Here we define intelligence in terms of the cardinality of the set of problems a certain agent can interpret and devise an algorithm to solve efficiently. An agent, A, is say to have a higher level of intelligence than another agent, B, only and only if the cardinality of A’s solvable problems is larger than that of B’s. This can be seen as a rather lazy approach of defining intelligence, but it outlines the idea of capability which is consistent with our intuitive understanding of intelligence on the level of species (e.g. humans have a higher level of intelligence comparing to chimpanzees as humans are more capable problems-solving-wise) and that is all it matters in this theoretical discussion.

Phonies. The human species is full of them. I don’t hate or abhor them really. I just feel sorry for them that they have to put up with their own bullshit and live such hollow existence. They can be pretty amusing too sometimes.

A couple of weeks ago I stumbled upon the Wikipedia entry of Manahel Thabet (which has now been deleted, though you can still find a 2012 version of it in the Internet Archive, or view a more recent cache of it on WikiWand ). Basically, it was a poorly-written essay on the glorious achievements of a woman who was allegedly an economist, a scientist, and a consultant all together with Ph.Ds in both financial engineering and “quantum mathematics”. The achievements include having successfully predicted the 2008 financial crisis (she was quoted as saying “my formula cannot be wrong”) and, more recently, having developed a formula to “measure distances in space in the absence of light” which had supposedly taken the world by storm. All claims made in the Wikipedia entry were supported by either news articles from questionable sources such as gulfnews.com, arabianbusiness.com, and even Forbes Middle East (I’m not joking. Apparently, it is bribable.) or crappy websites like World Genius Directory, iqsociety.org and kauzala.com.

To truly understand the nature of a particular human concept, it is often useful to first take a look into the etymologies of the words that are used to convey the concept.

Among the most interesting human concepts is the concept of understanding.

The idea that standing in some position enables one to know some object better was, apparently, the inspiration for many words in the Indo-European languages with meaning related to “understanding, getting to know something”. That includes the Old English words forstandan (which eventually evolved into forstå [Danish and Norwegian], förstå [Swedish] , verstehen [German], verstaan [Dutch], etc.) and understandan (that evolved into the English word understand).

The Observer Paradox

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Imagine you are dead, in which case the biological machinery that you once relied so much on is no longer functioning. Due to the conversation of energy and mass, the atoms made up this biological system won’t just miraculously vanish. Theses atoms would remain pretty much the same, unless nuclear reaction or annihilation occurs (though there’d be changes in the configuration of electrons in the process of decomposition). At this point in time, it would be silly to still consider these atoms “you”.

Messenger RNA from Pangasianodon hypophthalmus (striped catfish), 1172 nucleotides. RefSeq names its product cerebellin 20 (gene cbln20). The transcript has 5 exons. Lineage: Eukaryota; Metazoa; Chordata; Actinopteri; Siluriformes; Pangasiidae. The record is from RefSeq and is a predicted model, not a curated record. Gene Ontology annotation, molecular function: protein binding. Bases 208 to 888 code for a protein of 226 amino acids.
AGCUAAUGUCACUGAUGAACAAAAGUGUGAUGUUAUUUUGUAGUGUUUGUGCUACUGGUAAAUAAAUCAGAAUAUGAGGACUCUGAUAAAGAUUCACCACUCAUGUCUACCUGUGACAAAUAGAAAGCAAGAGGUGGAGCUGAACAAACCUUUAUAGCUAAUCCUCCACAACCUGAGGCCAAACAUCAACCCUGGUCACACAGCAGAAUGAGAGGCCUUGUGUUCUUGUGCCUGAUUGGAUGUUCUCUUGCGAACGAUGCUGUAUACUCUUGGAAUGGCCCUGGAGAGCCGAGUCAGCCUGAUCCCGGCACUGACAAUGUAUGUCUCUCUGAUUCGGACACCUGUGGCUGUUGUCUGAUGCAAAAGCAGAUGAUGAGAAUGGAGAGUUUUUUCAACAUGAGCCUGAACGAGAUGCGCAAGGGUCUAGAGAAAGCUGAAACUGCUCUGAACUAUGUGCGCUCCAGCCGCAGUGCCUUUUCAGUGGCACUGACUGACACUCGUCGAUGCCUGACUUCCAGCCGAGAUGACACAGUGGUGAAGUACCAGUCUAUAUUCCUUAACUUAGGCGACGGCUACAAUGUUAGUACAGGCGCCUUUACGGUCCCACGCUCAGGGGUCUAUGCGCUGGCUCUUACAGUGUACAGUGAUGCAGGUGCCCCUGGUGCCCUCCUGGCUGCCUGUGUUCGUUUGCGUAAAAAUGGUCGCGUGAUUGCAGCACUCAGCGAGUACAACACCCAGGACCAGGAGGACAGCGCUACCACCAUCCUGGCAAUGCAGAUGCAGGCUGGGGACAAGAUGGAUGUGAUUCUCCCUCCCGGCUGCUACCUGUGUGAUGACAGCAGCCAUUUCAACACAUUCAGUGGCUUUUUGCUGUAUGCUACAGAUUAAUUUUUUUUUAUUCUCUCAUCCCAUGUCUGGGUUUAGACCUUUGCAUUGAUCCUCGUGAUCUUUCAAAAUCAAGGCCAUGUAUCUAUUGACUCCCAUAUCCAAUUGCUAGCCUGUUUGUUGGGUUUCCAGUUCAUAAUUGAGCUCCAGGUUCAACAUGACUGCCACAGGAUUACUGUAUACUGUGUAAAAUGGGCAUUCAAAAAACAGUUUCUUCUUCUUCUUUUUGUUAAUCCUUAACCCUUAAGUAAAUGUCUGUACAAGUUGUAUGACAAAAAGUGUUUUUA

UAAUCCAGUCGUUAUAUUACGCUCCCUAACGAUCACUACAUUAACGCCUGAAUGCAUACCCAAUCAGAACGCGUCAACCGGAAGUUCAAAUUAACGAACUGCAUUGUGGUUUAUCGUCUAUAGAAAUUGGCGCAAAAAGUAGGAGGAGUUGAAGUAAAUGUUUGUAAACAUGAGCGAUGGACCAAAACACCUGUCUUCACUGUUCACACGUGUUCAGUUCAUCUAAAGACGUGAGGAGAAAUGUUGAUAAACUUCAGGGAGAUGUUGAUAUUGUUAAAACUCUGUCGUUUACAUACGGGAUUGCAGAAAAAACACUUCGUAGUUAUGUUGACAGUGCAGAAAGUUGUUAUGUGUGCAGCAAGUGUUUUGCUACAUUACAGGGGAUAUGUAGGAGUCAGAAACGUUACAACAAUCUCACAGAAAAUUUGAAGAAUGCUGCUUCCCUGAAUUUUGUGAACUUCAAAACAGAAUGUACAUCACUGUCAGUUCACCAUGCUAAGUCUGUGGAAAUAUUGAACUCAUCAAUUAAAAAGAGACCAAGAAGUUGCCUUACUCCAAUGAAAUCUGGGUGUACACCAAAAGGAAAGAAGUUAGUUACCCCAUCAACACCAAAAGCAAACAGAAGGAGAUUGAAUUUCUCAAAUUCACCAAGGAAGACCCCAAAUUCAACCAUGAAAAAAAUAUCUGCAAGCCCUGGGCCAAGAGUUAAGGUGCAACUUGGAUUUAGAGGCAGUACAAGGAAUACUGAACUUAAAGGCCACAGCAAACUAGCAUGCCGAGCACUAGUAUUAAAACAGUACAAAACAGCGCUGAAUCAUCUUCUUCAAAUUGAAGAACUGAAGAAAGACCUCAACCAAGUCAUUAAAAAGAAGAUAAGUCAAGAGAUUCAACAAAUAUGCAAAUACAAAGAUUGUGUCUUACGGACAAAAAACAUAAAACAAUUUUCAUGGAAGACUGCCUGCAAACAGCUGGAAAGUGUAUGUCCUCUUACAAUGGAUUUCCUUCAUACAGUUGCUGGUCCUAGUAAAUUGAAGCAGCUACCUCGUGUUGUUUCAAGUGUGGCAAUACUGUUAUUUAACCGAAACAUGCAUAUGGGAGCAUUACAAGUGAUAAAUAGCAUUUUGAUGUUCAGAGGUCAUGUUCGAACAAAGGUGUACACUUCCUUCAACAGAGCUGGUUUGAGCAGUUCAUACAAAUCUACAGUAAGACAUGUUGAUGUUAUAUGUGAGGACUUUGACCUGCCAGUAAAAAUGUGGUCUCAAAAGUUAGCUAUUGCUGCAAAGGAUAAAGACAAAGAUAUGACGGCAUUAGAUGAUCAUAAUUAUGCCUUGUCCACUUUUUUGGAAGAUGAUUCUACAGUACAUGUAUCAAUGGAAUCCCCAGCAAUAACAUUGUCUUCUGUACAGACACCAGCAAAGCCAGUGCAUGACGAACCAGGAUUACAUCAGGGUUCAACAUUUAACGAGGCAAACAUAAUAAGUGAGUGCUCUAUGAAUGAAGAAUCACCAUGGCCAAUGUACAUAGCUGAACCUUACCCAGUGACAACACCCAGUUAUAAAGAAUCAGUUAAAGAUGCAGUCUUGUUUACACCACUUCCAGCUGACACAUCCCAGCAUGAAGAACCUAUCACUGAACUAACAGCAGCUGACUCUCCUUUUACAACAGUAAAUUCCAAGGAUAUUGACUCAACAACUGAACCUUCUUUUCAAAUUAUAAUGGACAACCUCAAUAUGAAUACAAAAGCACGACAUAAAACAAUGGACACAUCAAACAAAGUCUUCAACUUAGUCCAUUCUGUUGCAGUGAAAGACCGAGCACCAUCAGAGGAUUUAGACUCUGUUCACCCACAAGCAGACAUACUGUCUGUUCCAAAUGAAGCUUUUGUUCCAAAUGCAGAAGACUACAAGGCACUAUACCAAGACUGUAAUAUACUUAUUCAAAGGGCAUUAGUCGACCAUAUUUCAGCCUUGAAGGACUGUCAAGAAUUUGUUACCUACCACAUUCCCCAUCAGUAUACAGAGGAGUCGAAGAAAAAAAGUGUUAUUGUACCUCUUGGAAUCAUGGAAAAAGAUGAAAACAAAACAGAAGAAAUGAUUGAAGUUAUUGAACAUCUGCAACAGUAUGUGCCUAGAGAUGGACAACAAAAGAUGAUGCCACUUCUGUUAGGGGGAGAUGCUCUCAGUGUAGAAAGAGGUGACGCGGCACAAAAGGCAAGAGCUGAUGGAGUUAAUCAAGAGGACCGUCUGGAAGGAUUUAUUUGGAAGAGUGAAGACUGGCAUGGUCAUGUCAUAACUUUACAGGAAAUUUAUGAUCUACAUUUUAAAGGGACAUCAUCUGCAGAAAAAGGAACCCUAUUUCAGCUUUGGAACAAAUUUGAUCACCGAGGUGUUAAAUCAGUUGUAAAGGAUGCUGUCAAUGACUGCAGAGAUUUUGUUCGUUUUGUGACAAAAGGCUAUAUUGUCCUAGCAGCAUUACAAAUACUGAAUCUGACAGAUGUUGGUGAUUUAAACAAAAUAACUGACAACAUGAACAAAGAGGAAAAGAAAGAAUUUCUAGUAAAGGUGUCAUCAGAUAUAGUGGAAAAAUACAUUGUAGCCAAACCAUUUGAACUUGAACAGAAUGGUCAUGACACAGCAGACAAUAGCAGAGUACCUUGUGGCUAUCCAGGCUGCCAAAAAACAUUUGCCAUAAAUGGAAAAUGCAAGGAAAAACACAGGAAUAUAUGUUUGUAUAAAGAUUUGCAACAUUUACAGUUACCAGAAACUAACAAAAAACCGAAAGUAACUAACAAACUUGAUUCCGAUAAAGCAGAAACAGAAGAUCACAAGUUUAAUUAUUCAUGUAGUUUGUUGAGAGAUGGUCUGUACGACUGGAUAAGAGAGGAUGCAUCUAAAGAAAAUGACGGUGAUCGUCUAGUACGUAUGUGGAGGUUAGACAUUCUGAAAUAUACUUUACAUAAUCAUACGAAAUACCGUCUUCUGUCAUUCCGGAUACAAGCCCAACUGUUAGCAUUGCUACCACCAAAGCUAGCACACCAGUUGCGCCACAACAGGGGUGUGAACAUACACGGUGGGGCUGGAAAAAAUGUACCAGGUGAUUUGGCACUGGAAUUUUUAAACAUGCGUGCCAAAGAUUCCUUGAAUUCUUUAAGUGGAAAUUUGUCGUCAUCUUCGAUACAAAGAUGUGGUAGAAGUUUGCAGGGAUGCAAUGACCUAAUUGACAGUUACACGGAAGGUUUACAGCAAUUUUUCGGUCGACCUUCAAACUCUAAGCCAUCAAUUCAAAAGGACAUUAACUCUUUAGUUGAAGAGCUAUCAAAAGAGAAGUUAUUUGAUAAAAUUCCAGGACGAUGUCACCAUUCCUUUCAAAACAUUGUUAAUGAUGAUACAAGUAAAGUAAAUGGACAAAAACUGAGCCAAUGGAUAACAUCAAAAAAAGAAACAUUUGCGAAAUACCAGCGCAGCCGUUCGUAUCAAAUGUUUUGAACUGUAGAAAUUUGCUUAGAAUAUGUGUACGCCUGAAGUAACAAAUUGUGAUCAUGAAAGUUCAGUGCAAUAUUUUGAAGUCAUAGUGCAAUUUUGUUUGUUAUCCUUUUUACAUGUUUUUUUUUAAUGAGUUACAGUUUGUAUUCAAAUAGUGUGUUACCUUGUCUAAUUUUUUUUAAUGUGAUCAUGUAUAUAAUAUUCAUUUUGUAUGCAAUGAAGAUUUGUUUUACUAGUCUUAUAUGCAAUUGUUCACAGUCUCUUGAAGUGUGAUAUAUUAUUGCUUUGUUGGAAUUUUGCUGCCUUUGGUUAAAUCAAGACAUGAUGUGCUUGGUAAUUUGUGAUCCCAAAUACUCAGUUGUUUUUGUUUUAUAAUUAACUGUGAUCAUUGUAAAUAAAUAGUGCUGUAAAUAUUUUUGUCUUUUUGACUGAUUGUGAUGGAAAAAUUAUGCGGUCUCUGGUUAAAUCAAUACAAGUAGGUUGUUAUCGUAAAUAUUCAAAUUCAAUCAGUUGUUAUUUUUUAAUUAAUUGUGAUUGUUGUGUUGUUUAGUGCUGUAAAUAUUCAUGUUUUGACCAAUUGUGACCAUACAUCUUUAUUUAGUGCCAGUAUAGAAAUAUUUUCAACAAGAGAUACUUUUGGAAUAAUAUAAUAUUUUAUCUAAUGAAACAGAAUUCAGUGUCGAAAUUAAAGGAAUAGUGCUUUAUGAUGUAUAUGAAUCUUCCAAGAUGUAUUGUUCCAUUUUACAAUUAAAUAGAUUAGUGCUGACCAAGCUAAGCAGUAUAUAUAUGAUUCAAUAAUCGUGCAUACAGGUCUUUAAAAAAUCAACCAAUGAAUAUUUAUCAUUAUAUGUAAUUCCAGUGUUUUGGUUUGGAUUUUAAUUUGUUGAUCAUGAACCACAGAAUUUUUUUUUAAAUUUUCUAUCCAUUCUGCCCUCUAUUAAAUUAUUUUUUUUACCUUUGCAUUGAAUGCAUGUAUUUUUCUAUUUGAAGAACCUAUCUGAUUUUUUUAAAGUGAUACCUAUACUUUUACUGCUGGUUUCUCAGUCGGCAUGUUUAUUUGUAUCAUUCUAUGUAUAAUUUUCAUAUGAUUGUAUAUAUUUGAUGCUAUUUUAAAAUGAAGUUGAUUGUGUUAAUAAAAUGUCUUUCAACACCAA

But what are actually “you”? How should “you” be defined?

To people around you, you are a concept they conceived in their mind based on their interaction with the being labeled “you”, and the information they have about this being. To them, you are a construct of their own ideology. This version of you sometimes reflects the rose colored lenses through which they perceive the world a lot more than how it would reflect anything about the being labeled “you”.

To yourself, on the other hand, you are what that constitutes the idea of self. Apparently you possess a body, but the body is not what you identify you with when you think about you at a deeper level. You may incline to think that you are what that controls the body, makes decision, etc, that is, the conscious mind. But let’s for a moment remember that the brain is responsible for the construction of thoughts and it governs how the mind processes, similar to how the computation performed by a Turing machine is governed by its transition function in relation to its states. So a question arises:

What determines you to be the mind A that's constructed by brain A, instead of the mind B constructed by brain B, where A ≠ B?

I shall now present to you the Theory of The Observer.

When I was young, I considered a career as a magician (a close-up magican to be specific). Not that I was into the show business or I had a desire to amaze crowds. What drove me to study the art of illusion and learn and practice tricks and techniques each day - from various types of doubt lift to different variants of pass - is the obsession to understand how things work, and the pride in being able use this knowledge to make things happen.

I started off learning programming by doing web development, or basically just asking stupid questions on StackOverflow and copying and pasting code I found on the Internet in hopes of getting a website to work the way I wanted. To a 16 years old who did not even know what OO is, jQuery was magic. I had not one iota of idea what was going on but I was able to make DOM objects dance around at my whim because of how easy-to-use jQuery was (and it was the same on the server side with Cake). It scared me when I realized that. So at one point I started learning the fundamentals of programming, principles in web development, what are the pros and cons of different design patterns, etc. and developing a habit of reading the source code of tools I used. (Viva la open-source!)